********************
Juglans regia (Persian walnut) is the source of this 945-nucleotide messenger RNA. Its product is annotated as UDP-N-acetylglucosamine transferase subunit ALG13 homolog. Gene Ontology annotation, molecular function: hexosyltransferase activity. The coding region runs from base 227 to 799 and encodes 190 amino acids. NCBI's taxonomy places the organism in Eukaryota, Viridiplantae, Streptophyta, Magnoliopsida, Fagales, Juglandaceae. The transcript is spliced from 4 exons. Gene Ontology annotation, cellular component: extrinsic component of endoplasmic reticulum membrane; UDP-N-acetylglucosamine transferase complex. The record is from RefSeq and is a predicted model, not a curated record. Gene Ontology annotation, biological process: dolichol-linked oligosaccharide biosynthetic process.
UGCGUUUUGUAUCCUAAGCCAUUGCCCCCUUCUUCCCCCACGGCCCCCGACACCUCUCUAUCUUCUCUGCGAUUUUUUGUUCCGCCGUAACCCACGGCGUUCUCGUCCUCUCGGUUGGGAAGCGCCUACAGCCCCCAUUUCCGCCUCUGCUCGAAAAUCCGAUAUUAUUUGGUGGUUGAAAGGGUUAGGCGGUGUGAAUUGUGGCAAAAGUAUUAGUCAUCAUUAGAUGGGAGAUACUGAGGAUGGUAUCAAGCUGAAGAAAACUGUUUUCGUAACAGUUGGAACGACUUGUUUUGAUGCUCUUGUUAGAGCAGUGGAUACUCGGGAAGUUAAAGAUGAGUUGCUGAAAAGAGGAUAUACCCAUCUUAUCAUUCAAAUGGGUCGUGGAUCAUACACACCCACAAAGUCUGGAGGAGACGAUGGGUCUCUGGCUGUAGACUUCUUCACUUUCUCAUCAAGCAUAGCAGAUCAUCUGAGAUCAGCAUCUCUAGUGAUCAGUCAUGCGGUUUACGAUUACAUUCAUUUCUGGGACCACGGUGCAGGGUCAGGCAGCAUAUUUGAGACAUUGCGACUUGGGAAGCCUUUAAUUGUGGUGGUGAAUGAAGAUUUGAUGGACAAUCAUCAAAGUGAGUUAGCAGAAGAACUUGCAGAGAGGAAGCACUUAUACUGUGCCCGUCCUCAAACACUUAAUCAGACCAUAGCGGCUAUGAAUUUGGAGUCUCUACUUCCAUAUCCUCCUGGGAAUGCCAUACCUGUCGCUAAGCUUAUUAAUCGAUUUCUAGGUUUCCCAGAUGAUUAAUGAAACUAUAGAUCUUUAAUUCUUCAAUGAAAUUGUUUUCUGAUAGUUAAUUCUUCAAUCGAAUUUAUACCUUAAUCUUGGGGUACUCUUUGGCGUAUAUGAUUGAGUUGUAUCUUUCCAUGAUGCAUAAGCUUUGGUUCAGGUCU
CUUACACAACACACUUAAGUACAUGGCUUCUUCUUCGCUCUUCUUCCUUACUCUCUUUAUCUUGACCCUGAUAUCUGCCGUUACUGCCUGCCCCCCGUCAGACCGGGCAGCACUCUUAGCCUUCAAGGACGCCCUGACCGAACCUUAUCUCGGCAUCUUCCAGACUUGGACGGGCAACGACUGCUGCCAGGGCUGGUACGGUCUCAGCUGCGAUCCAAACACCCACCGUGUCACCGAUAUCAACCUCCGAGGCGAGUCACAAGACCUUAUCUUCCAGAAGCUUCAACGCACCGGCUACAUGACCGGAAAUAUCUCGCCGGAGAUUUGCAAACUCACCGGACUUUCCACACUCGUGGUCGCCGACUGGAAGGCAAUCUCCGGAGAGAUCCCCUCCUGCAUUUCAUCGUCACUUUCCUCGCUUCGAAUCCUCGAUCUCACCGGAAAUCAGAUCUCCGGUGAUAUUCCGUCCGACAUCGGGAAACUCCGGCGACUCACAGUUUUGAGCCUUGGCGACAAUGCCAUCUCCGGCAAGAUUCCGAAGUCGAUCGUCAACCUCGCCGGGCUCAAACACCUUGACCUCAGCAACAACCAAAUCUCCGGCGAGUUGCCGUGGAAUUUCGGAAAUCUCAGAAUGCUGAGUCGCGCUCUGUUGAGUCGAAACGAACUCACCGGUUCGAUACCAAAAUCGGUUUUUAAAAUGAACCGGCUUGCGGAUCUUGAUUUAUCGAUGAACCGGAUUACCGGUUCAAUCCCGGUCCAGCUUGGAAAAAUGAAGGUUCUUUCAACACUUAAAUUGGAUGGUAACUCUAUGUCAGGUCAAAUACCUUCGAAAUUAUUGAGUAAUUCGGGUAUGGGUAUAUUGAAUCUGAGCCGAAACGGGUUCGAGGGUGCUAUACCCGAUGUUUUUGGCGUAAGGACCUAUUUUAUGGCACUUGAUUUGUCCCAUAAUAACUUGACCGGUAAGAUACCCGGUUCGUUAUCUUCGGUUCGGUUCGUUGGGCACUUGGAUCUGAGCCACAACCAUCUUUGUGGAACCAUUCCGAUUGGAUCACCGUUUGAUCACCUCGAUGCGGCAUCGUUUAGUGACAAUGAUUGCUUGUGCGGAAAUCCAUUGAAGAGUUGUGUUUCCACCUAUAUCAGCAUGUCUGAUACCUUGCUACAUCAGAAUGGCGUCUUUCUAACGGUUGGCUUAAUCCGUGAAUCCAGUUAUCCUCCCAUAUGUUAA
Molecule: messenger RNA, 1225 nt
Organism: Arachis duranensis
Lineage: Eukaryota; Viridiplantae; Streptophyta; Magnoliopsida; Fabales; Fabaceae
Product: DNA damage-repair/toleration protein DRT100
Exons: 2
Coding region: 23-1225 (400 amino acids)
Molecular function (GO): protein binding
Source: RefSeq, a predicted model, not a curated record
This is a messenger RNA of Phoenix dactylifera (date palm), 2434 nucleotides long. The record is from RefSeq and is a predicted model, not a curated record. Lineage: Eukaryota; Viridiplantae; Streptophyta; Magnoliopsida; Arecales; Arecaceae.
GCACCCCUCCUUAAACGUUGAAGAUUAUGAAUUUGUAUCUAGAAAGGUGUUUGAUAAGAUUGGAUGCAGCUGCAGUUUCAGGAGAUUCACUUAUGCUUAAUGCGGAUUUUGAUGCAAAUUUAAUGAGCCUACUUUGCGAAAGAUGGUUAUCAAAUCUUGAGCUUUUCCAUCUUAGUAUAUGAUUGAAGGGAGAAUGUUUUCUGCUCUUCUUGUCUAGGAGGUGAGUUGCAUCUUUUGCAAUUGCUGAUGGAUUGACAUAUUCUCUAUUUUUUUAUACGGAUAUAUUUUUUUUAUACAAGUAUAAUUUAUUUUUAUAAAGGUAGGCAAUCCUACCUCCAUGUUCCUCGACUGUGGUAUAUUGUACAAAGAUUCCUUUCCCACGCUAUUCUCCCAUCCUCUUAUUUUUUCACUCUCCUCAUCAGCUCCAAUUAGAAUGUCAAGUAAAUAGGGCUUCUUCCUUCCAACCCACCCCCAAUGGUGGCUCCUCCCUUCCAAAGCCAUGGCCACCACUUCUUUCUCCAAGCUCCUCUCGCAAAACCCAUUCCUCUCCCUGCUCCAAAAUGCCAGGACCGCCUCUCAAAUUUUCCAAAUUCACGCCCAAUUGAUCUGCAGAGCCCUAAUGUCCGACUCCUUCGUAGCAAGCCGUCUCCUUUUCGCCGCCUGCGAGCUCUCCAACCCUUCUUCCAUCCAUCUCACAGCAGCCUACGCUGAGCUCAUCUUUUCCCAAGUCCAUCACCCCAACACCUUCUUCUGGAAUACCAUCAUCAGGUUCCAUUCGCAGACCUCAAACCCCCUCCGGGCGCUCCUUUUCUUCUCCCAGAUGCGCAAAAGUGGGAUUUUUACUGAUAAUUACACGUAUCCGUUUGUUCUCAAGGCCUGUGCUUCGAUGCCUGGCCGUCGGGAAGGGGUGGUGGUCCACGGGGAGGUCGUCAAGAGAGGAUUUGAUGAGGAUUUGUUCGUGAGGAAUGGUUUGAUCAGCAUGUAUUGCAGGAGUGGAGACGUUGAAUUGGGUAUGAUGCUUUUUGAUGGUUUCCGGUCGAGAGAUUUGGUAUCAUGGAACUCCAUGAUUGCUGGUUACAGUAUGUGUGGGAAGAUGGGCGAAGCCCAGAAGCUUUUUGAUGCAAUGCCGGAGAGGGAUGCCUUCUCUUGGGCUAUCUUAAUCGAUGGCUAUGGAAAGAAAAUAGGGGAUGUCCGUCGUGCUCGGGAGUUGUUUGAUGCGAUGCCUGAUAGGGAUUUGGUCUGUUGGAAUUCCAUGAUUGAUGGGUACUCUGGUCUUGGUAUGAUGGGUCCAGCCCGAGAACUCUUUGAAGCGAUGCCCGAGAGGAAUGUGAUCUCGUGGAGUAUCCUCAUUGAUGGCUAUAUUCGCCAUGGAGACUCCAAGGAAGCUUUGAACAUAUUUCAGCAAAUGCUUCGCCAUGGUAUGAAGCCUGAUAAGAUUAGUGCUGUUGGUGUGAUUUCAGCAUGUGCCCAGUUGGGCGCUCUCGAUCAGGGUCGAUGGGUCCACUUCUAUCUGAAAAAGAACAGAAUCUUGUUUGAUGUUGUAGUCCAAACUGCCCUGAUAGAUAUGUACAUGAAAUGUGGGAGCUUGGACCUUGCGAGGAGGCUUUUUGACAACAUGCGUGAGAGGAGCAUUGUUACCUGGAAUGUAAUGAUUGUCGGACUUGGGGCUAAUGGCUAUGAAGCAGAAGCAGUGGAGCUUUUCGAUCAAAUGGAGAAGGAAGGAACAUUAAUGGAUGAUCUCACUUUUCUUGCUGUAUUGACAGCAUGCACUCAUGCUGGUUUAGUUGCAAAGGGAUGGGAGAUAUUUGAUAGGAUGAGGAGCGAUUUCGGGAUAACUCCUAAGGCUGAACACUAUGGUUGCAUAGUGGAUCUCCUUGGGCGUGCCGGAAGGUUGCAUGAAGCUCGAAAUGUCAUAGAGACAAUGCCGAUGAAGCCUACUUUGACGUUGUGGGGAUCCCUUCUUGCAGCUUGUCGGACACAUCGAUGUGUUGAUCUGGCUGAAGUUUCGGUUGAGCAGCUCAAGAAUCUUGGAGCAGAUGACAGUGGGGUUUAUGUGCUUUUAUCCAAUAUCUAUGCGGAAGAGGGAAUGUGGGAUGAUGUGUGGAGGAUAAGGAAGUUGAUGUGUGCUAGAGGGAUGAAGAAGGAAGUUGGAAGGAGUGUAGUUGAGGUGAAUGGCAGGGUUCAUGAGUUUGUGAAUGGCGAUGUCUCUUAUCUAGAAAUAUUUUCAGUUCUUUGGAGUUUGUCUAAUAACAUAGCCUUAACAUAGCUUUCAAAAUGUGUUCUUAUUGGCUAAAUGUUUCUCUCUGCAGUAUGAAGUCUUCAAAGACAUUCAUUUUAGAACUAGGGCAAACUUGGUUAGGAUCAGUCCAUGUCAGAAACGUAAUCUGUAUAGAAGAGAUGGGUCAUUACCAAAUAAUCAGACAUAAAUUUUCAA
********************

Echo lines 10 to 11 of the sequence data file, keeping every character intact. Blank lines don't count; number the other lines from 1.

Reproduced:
Molecular function (GO): protein binding
Source: RefSeq, a predicted model, not a curated record